On a grey and muggy afternoon in Port Canaveral, Florida, the Sunshine beamed. It was an auspicious sign, which foretold of endless tropical rays awaiting me on a cruise around the Western Caribbean. By Sunshine, though, I am referring to the Carnival Sunshine.
In 2013, the 3,0006-passenger ship underwent a $155 million facelift, making space for features like a water park, multiple bars, and a seaside theater, not to mention a panoply of international eating options. Even docked in the harbor, the ship made a bold statement.
As my first cruise, the Carnival Sunshine set high standards, the array of culinary delights far exceeding my imagined expectation of kitschy buffets that cater to aficionados of meatloaf and lime Jell-O. It’s difficult to pull off class and ingenuity for the masses — in one voyage they serve 270,000 pizzas and go through 75 metric tons of pineapple, for example — but Carnival surely did.
Night by night, the ship’s variety of restaurants continued to woo me while the 24-hour frozen yogurt machine held me over between meals. Admittedly, it felt a bit bizarre to eat Asian fusion in Mexico, Italian in Honduras, and Sushi in Belize, but I didn’t mind.
Located aft on the Lido Deck, Ji Ji Asian Kitchen is where bold, savory flavors from Mongolia, Singapore, and even Indonesia cross paths. To start, a sumptuous caramel chili sauce and spiced purple onions accompanied a very tender slow-braised pork belly while chicken spring rolls came dressed in lemon marmalade, curry leaves, pink grapefruit, and cilantro pearls. This only primed the palate for the main course, which featured familiar options like Kung Pao chicken and peppered beef. The anomaly was Chairman Mao’s Master Stock pig, where clay pot-stewed pork gets wok-fried with scallions, sesame, fresh spinach, pea shoots, and snap peas.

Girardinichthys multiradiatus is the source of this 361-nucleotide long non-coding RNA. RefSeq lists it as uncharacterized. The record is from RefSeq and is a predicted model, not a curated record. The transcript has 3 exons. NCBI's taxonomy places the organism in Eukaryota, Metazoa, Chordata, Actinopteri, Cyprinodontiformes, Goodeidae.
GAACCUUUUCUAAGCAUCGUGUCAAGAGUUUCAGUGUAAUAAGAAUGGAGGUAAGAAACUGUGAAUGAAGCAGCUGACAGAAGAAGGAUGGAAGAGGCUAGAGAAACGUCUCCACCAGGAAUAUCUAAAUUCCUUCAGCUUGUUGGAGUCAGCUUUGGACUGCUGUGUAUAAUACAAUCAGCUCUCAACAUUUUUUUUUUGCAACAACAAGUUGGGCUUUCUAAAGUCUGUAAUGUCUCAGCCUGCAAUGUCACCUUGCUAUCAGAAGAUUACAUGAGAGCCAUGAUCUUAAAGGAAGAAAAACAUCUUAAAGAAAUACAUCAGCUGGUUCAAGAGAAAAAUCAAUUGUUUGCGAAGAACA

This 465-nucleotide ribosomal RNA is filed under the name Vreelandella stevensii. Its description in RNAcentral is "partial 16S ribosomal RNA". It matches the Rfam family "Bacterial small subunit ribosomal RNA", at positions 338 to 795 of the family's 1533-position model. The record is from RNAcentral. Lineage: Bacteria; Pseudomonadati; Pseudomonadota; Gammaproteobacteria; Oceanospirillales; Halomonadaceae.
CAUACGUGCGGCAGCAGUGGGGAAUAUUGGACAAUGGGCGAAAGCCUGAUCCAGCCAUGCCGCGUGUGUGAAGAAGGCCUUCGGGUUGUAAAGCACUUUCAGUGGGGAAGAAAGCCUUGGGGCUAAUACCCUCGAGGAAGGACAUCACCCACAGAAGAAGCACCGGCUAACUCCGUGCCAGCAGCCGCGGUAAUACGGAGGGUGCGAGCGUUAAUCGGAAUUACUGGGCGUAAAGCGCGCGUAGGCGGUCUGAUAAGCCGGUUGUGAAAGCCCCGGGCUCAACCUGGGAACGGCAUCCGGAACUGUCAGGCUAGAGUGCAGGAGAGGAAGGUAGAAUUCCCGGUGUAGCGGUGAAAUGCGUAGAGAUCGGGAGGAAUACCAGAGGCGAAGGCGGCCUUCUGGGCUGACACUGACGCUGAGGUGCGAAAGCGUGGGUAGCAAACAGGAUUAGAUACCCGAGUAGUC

At Fahrenheit 555 Steakhouse, premium cuts of beef and a diverse seafood selection surprise no one because another menu item takes the cake, literally. The talk of the ship: the creamy and deluxe cheesecake served with a hazelnut biscuit. Yes, the face-sized slice of cake weighs as much as a baby, but managing to save room for it is simply a must, as is the truffle macaroni and cheese.
Recuperating between ports, I spent probably too much time at Serenity: Carnival’s first three-deck-high adults-only retreat, outfitted with a mile-high Jacuzzi safe from kids who desire to hold canon ball competitions on lower decks. Also adult-friendly, the Punchliner Comedy Club offered nightly laugh-out-loud performances that made me forget about the sways of the ship.
Sometimes, the ship merged eating with entertainment. During my meal at Bonsai Sushi Bar, all patrons, myself included, were summoned to perform a pre-choreographed dance and sing, “I’m turning Japanese” while waving rainbow coy fish flags in the air. Even dinner was a performance to a certain regard. My guest and I ordered the sushi ship for two, which included miso soup, salad, the Bonsai Triple E roll, California rolls, and six-piece sushi for only $15. Spoiler alert: The meal came served on a big wooden ship that even the staff rejoiced in presenting to the table.
By the end of the cruise, I reached culinary enlightenment with the seven-course Chef’s Table dinner, which included a tour of the galley and a full-service gastronomic extravaganza to the tune of fried popcorn pudding, bone marrow soufflé, and passion fruit caviar. The kitchen-side reception featured four artistically fashioned appetizers including beef Carpaccio served on an air pillow with chocolate bacon and apple ribbons. Afterward, we observed how the pastry chef prepares the ship’s popular Melting Chocolate Cake — they go through 188,000 slices of it per voyage — and witnessed the dynamics of streamlining a busy kitchen. Reservations for the dinner must be made in advance, and cost per adult is $75.
After so much food for thought, I disembarked the Carnival cruise feeling full not just in my belly but also in my soul. Such indulgence might seem contradictory on an excursion where scant beach-attire is imminent, but I think my bikini will forgive me, one day.